At noon, we'd go get burgers with fried onions on them.
When we were little kids, Sweetie and I would go for the occasional weekend at Grandma and Grandpa G's house. It took me decades to figure out that we weren't going there purely for our own entertainment... that maybe Mom and Dad actually had a social life. Huh. Weird. Anyways, my Grandpa G, like most retired Mennonite farmers, didn't go idle. Sure he liked to watch a little Wonder Woman or Looney Toons before his Sunday couch snooze, but he spent a lot of time in his cellar workshop with plywood and a jigsaw. He made wonderful garden ornaments with legs that spun around. Daffy Duck, of course, was one of my favourites. He made planters held up by horse silhouettes. On Saturdays, they loaded them into the trunk of the Dodge Dart to sell them at the craft market across from the stockyards.
Sweetie and I got to "help" sell stuff. I wonder if Grandpa made any more sales with us two little brown eyed girls there.
I remember him in his straw hat, white short sleeved shirt, and black suspenders holding up his black work pants. He was an amputee by then and got around on his fake feet with the help of two canes with four rubber grabbers at the bottom. He could be slowed down but not stopped. Grandma was pleasantly plump, with soft white hair and a smile that lit up an entire building.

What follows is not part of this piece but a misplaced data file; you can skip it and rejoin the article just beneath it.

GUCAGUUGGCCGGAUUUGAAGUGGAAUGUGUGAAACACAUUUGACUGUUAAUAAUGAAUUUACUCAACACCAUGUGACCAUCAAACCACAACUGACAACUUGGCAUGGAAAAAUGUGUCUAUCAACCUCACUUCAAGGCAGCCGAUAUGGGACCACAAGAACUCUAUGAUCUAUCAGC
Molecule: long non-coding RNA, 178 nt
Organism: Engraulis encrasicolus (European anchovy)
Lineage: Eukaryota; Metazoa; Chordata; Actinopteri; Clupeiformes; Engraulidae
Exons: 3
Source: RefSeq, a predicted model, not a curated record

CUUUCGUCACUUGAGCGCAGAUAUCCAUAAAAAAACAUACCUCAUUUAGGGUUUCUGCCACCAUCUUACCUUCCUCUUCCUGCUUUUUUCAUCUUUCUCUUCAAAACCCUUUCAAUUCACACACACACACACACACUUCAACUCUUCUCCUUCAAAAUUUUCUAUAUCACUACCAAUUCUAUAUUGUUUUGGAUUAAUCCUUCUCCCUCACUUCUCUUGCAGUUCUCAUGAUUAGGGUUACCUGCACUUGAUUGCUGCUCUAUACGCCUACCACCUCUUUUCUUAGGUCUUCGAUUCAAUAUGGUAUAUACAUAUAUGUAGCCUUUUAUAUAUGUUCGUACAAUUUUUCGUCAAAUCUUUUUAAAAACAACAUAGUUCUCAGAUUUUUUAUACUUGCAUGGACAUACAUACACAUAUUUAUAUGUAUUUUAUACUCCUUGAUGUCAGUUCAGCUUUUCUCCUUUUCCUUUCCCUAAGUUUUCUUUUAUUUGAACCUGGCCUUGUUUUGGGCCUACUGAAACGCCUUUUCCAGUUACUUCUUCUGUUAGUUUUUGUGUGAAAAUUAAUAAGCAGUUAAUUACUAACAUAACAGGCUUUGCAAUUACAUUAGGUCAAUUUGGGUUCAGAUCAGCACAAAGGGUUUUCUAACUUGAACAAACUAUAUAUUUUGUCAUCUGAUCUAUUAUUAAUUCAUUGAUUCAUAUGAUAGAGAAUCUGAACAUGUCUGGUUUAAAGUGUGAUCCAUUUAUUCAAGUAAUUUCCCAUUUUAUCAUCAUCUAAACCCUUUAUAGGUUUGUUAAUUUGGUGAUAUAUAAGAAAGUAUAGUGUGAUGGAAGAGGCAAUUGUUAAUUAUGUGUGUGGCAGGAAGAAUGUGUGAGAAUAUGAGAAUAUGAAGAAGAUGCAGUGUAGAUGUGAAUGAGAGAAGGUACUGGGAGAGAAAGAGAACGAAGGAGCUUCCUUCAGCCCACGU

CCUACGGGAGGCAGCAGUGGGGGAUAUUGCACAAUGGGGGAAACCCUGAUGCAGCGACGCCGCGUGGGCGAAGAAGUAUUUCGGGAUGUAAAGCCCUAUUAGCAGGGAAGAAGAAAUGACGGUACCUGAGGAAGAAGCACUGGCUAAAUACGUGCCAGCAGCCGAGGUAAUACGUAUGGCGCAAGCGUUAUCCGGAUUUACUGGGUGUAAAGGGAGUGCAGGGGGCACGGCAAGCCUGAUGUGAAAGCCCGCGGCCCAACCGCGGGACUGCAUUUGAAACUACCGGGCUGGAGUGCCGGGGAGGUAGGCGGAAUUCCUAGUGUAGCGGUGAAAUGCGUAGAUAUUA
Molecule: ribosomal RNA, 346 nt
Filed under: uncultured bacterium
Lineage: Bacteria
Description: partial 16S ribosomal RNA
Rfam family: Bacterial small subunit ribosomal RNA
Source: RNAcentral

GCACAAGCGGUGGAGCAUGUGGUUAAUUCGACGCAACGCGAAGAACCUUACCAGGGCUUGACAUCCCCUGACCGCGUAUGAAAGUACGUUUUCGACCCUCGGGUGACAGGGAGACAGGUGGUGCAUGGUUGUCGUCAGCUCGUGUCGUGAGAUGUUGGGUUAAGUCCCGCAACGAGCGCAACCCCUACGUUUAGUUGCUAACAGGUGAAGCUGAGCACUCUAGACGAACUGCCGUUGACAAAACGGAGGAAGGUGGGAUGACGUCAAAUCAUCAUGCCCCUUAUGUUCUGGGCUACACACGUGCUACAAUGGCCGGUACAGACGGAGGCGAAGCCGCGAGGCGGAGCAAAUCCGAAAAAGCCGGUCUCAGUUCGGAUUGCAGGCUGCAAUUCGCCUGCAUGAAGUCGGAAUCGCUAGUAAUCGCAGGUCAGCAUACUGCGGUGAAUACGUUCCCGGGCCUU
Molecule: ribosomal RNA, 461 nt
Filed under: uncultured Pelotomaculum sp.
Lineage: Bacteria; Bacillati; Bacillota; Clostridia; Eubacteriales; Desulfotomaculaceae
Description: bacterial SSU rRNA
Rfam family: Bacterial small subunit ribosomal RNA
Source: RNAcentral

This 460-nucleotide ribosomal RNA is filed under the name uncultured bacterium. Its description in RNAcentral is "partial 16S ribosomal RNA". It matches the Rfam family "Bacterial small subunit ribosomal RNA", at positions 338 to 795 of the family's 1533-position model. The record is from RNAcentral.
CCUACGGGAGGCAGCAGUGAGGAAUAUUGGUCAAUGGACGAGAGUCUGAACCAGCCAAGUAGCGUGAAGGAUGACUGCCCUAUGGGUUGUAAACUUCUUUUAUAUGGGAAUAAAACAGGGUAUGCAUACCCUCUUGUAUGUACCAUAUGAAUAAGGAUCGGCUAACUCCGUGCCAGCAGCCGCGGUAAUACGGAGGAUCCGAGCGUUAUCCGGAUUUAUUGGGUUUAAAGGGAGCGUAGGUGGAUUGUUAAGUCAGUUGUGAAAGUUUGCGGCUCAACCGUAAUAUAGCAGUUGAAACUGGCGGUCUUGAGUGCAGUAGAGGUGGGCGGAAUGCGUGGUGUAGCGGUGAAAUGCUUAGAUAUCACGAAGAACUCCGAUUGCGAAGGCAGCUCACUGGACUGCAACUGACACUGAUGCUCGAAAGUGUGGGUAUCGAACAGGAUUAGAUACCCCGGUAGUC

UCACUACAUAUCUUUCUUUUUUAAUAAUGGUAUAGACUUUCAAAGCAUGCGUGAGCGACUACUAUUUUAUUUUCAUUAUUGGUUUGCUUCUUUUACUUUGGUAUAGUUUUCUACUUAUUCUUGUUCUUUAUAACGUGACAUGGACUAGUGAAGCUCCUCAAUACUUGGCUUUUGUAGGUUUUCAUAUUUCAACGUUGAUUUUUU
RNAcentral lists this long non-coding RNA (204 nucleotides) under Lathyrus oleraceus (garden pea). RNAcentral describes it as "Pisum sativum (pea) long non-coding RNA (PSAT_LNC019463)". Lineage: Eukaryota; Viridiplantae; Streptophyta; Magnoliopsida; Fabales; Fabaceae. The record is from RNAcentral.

I think I yawned a lot. Grandma woke me very gently on those mornings. I don't ever remember the drive to the market.
I had these memories, standing on the sidewalk at the school at 6:30 this morning. Man, my Girl's had a soft life! She snapped to it pretty quick today, buzzing with excitement. It never really occurred to me that early mornings haven't really been part of her life. Lots of people are up working already at that time every day!
Like, people who are vendors at markets.
I got an email a while back from a very interesting fellow. He's a farmer, a writer of great sensitivity, a dog person, a boot wearing tractor driving kind of guy, who sells his work at the Boston Flower Market. He found my blog through another that he reads regularly.
To my amazement, it turns out that I have readers in Boston. I have never been to Boston. Maybe I should some day.
At times I think about these readers who grow things and sell them. I don't know much about them! I think they read this stuff of mine during slow times at work. They have a few chuckles when I try to make a funny, and even cheer me on when I'm down. At the end of a long dark winter, I got some flowers emailed to me. Big yellow ones. They were on my desktop for awhile, my big virtual yellow petals of cheeriness. Awwwww!
Hello Flower Marketers! Thank you!!!!! You kind of make my day, even though I don't know you in person. Now go home for a nap, you've probably been up since 4 am.
(anybody wanna say hi to the flower vendors? Leave your greeting in the comments section!)